October 08, 2015

The Whining Of The Online Ad Industry

Now that the adolescent online ad industry is facing its first serious crisis, we are experiencing exactly the kind of behavior we should expect from juveniles -- whining.

The growing problem of ad blocking has generated a chorus of infantile bellyaching from online publishers and their apologists.

First, they are exaggerating the problem to gain our sympathy. The IAB claims that 34% of adults are using ad blockers. I am highly suspicious of this number. In fact, I'd be surprised if 34% of people even know that ad blockers exist. My guess is that the actual number of ad blocking software users is closer to half this number.

Next they say that there is an unwritten agreement between publishers and users. Publishers provide free content and, in return, we are obligated to receive the ads they send us. This is a lousy argument. The internet is not free. I write a hefty little check to my internet provider every month. The fact that online publishers have a dumbass business model and do not get any part of this revenue is not my fault or my problem.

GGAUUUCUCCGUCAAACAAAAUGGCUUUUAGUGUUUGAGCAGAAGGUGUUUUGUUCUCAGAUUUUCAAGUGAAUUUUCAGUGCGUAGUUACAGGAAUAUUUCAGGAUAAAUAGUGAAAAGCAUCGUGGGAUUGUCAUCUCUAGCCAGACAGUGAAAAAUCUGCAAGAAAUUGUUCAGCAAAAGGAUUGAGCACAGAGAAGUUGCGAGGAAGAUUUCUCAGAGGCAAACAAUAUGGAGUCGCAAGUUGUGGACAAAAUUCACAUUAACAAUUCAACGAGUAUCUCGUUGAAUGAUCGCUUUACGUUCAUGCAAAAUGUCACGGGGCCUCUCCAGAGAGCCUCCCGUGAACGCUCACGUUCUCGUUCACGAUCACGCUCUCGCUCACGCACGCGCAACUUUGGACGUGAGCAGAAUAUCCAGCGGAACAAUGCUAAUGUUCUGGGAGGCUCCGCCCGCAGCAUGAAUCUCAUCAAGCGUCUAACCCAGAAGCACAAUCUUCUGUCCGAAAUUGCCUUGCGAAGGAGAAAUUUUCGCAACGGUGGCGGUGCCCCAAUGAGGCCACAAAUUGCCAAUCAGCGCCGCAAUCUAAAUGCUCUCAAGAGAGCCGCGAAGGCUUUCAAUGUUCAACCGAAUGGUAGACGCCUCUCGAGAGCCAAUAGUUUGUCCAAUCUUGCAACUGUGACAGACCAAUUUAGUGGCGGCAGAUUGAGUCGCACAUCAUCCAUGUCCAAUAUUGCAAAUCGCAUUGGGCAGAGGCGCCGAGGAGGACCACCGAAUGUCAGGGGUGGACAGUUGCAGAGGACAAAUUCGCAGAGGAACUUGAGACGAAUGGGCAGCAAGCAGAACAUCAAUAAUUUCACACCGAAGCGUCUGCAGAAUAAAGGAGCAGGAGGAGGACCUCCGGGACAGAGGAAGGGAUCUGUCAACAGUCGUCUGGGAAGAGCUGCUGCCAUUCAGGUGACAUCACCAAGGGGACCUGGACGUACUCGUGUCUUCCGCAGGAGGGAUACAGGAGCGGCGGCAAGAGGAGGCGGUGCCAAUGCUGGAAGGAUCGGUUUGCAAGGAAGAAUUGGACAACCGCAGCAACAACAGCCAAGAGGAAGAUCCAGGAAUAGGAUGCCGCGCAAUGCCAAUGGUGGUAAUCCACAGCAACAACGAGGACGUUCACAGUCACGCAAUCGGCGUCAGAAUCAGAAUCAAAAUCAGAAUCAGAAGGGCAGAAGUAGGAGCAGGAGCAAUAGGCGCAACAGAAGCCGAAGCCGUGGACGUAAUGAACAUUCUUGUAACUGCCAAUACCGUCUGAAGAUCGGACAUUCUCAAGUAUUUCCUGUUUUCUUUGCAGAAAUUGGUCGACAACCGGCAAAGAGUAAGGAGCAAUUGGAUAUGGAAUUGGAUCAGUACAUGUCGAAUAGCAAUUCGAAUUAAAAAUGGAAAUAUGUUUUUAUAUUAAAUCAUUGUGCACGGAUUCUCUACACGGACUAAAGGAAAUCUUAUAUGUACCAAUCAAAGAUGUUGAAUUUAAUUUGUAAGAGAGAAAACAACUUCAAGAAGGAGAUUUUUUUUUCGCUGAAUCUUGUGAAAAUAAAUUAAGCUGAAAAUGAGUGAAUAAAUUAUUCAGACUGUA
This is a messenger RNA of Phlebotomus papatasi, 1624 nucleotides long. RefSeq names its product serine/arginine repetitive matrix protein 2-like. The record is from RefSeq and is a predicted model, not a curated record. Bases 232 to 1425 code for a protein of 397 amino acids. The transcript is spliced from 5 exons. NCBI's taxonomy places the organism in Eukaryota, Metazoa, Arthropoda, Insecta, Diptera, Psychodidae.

They say publishers are going to go out of business and the websites we love are going to disappear. I doubt it. If 95% of the websites in the world disappeared tomorrow, there would still be a thousand times as many as we'd ever need.

The online ad industry does not understand its problem. The problem is ad tech. And the longer they cling to the obnoxious model of ad tech that currently exists, the worse their problems are going to get.

People are only mildly averse to advertising. They tolerate it in many forms in many media. What people hate is the type of ultra-annoying, creepy advertising that has been enabled by online ad tech.

If they would dump their addiction to ad tech a large number of their problems - fraud, blocking, price deflation - would take a nice step toward evaporating.

Sadly, they are willing to address everything but the problem.

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